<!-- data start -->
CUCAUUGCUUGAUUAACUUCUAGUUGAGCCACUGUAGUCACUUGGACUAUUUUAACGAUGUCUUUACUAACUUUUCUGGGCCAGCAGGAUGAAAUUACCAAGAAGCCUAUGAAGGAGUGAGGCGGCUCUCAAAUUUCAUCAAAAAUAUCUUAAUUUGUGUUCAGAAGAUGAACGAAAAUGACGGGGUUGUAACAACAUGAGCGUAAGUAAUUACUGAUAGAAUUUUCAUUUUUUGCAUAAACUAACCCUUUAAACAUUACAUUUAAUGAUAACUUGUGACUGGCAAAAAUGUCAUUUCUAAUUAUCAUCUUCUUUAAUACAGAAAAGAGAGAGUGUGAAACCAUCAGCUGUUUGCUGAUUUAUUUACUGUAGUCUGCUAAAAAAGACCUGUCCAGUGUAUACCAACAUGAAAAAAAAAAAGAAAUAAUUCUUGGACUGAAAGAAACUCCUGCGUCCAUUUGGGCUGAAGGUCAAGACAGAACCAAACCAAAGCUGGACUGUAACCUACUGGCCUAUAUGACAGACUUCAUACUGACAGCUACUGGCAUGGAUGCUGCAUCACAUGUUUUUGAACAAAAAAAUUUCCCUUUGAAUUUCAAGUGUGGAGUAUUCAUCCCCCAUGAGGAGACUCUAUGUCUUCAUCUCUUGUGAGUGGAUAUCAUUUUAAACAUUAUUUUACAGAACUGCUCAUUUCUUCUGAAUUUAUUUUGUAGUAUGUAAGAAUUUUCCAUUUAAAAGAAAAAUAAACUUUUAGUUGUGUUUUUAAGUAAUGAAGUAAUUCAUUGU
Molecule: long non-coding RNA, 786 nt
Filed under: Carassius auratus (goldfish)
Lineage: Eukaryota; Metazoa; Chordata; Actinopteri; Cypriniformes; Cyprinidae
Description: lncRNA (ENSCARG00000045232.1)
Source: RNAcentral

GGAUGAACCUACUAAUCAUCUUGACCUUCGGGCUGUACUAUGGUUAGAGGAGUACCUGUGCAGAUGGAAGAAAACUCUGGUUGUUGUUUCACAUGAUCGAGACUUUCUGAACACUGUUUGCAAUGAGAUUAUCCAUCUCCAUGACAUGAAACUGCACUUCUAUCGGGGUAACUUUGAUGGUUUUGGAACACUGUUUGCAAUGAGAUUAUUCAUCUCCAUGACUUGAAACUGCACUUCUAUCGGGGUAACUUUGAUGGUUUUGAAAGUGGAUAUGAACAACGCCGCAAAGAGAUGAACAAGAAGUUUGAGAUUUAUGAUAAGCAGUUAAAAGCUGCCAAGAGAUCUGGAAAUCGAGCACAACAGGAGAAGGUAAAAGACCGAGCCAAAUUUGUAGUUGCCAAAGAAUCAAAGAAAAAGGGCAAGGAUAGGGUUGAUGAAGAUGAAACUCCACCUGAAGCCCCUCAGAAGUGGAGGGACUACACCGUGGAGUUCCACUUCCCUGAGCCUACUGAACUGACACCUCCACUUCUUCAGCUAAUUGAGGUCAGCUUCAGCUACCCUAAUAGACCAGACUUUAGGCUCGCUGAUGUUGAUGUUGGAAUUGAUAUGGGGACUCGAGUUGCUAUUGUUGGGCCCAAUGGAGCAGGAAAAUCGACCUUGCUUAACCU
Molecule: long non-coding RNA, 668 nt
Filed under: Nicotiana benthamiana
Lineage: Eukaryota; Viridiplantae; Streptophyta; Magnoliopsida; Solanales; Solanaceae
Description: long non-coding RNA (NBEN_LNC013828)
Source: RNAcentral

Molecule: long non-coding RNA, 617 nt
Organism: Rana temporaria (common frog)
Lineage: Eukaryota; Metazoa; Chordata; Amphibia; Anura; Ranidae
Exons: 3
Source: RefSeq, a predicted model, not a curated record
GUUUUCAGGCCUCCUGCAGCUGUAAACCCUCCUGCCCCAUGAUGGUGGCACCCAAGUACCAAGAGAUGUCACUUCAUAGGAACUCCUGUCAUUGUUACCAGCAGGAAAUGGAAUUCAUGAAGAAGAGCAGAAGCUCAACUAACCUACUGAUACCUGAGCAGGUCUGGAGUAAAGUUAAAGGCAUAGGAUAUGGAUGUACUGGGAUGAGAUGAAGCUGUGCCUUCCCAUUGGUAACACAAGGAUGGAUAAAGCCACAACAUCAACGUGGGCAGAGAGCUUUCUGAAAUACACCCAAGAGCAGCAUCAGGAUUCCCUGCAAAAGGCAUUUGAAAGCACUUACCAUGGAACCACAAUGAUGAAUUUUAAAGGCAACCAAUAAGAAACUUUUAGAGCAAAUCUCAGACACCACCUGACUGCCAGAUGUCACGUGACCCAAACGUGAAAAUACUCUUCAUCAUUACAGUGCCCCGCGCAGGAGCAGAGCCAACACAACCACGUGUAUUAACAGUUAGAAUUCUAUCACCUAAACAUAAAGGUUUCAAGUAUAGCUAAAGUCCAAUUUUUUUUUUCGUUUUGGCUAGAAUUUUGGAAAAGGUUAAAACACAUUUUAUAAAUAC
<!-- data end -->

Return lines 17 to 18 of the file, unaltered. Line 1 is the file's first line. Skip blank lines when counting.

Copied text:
Source: RefSeq, a predicted model, not a curated record
GUUUUCAGGCCUCCUGCAGCUGUAAACCCUCCUGCCCCAUGAUGGUGGCACCCAAGUACCAAGAGAUGUCACUUCAUAGGAACUCCUGUCAUUGUUACCAGCAGGAAAUGGAAUUCAUGAAGAAGAGCAGAAGCUCAACUAACCUACUGAUACCUGAGCAGGUCUGGAGUAAAGUUAAAGGCAUAGGAUAUGGAUGUACUGGGAUGAGAUGAAGCUGUGCCUUCCCAUUGGUAACACAAGGAUGGAUAAAGCCACAACAUCAACGUGGGCAGAGAGCUUUCUGAAAUACACCCAAGAGCAGCAUCAGGAUUCCCUGCAAAAGGCAUUUGAAAGCACUUACCAUGGAACCACAAUGAUGAAUUUUAAAGGCAACCAAUAAGAAACUUUUAGAGCAAAUCUCAGACACCACCUGACUGCCAGAUGUCACGUGACCCAAACGUGAAAAUACUCUUCAUCAUUACAGUGCCCCGCGCAGGAGCAGAGCCAACACAACCACGUGUAUUAACAGUUAGAAUUCUAUCACCUAAACAUAAAGGUUUCAAGUAUAGCUAAAGUCCAAUUUUUUUUUUCGUUUUGGCUAGAAUUUUGGAAAAGGUUAAAACACAUUUUAUAAAUAC